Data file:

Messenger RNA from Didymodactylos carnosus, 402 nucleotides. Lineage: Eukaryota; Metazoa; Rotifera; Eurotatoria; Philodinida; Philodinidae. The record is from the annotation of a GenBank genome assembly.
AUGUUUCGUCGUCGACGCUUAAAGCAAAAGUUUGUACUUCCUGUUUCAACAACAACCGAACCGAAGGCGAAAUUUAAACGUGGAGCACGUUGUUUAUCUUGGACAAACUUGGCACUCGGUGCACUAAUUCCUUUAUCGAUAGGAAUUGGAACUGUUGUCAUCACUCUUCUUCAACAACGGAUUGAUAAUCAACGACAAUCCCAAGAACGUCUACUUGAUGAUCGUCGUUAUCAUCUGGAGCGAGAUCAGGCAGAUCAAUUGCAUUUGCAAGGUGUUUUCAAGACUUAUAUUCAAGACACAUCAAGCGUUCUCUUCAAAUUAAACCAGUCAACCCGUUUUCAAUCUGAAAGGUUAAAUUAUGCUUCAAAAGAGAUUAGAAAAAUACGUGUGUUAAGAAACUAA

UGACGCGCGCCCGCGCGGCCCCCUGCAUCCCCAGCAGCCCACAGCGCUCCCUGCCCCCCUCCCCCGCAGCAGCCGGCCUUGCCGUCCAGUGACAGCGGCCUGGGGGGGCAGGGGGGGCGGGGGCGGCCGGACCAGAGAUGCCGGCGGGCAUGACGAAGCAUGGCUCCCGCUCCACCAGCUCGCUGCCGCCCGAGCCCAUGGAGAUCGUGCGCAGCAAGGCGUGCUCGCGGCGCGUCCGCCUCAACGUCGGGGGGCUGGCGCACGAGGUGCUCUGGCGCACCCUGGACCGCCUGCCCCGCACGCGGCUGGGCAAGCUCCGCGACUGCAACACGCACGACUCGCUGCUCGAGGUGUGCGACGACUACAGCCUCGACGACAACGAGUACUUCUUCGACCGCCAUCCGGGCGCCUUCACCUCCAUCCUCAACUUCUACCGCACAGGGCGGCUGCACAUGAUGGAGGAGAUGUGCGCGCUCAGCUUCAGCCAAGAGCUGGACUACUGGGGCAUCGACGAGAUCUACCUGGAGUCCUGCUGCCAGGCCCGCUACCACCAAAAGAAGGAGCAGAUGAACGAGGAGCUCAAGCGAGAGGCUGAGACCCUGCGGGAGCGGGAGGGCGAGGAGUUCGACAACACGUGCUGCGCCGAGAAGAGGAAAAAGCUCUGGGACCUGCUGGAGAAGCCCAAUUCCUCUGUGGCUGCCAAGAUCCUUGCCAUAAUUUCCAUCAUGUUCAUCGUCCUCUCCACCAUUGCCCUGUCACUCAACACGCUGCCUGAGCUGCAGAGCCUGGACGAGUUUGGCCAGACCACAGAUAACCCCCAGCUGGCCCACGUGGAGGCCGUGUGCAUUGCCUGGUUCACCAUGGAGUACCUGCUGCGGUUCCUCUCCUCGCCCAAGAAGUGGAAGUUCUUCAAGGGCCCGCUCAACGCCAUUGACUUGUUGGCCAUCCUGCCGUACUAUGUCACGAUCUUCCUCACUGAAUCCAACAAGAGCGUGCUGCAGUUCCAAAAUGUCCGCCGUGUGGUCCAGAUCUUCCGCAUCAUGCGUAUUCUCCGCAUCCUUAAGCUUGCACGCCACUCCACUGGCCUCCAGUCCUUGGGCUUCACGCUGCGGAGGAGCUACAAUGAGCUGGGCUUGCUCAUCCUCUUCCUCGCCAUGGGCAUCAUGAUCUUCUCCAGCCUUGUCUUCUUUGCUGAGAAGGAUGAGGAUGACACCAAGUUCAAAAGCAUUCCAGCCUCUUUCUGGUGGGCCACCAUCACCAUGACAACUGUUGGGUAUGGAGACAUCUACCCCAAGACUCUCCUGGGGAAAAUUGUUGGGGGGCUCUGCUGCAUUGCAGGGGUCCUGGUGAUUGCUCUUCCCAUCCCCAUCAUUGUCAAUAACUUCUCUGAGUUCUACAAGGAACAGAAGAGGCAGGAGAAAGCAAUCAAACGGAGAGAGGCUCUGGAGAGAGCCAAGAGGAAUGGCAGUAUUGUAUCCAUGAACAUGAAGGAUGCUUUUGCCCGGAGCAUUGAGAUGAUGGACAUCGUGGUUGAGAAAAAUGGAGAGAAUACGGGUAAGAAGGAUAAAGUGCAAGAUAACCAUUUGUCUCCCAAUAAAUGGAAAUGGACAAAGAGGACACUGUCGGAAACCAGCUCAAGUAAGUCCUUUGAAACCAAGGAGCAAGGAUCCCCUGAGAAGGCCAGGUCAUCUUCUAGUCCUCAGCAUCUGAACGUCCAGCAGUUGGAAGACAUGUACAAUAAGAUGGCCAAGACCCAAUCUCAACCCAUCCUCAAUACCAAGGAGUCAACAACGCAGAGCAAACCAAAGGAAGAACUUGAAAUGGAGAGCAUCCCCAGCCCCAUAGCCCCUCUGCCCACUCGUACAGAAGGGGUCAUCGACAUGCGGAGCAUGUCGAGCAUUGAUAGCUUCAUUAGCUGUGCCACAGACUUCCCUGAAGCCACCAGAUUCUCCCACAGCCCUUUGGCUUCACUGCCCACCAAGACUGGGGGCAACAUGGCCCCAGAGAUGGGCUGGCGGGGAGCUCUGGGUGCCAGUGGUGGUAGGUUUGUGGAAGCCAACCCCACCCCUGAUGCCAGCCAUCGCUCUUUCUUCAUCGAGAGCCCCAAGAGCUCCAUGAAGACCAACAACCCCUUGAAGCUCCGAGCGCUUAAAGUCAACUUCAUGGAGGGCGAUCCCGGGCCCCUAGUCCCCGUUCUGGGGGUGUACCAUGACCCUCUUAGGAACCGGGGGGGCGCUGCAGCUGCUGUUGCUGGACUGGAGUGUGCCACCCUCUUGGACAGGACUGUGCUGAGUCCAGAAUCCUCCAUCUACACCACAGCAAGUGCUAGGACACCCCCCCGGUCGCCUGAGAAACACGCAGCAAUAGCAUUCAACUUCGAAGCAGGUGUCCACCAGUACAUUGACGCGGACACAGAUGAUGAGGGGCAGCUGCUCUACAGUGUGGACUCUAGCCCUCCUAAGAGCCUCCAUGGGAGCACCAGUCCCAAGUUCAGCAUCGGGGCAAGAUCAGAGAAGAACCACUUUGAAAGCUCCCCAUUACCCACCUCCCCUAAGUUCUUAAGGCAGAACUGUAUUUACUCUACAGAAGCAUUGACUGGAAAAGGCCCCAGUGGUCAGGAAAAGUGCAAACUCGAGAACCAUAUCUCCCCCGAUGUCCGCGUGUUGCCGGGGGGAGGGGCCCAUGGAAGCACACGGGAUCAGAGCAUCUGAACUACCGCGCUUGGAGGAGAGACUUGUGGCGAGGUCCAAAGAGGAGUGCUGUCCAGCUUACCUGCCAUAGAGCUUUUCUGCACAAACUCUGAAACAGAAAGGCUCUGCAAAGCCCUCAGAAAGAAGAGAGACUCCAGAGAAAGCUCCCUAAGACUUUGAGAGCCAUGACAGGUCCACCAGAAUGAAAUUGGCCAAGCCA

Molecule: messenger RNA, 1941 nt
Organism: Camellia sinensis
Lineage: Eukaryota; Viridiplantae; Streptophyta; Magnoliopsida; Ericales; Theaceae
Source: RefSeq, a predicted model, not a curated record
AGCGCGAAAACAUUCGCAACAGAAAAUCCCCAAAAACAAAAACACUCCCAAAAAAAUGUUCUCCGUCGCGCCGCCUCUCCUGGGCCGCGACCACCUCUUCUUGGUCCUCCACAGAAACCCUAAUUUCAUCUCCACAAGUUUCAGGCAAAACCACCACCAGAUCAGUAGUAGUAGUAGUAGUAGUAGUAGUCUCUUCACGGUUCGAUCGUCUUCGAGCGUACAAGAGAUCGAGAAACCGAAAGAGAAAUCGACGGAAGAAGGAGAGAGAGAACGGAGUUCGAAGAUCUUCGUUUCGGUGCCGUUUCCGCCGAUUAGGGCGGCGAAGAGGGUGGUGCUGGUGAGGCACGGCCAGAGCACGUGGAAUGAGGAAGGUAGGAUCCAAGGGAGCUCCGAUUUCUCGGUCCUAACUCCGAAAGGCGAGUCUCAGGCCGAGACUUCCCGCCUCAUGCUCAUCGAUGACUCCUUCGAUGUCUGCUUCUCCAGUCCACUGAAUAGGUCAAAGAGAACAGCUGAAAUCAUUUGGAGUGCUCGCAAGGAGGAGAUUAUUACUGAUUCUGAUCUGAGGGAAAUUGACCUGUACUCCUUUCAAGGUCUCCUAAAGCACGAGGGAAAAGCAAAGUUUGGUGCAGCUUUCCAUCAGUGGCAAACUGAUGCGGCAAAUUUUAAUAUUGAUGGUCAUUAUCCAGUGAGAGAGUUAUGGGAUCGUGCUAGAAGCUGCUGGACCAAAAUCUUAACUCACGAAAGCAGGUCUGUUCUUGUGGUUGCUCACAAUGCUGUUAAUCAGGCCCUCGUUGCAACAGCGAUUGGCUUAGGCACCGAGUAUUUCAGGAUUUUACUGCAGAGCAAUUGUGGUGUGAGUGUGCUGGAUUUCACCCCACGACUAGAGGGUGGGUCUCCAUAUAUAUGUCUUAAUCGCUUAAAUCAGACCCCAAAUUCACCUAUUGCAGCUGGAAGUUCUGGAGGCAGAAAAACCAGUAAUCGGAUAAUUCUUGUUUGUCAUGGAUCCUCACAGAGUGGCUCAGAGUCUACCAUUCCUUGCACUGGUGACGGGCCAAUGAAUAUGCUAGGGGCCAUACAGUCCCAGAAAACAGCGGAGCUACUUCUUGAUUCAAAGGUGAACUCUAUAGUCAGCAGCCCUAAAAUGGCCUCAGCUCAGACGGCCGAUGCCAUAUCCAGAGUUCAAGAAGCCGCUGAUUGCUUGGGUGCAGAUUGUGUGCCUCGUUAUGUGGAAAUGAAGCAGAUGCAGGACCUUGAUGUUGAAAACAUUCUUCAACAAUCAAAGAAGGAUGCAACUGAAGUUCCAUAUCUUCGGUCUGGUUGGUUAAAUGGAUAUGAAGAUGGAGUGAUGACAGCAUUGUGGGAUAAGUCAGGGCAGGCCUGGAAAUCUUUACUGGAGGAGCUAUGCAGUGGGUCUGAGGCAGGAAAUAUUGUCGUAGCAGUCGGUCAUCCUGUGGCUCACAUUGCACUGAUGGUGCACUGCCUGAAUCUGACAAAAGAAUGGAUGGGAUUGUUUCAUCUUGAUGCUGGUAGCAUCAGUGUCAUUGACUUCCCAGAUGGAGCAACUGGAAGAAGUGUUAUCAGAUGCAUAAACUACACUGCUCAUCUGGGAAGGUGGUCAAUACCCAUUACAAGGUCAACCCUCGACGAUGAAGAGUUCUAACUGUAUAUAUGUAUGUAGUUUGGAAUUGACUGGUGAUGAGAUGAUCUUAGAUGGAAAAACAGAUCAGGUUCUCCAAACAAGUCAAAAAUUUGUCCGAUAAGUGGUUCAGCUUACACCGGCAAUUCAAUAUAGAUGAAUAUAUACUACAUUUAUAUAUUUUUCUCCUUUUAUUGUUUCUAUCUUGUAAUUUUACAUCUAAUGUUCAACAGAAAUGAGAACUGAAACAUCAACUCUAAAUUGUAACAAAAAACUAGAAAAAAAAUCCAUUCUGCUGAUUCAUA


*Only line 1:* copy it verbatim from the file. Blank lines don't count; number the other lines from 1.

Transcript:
Messenger RNA from Didymodactylos carnosus, 402 nucleotides. Lineage: Eukaryota; Metazoa; Rotifera; Eurotatoria; Philodinida; Philodinidae. The record is from the annotation of a GenBank genome assembly.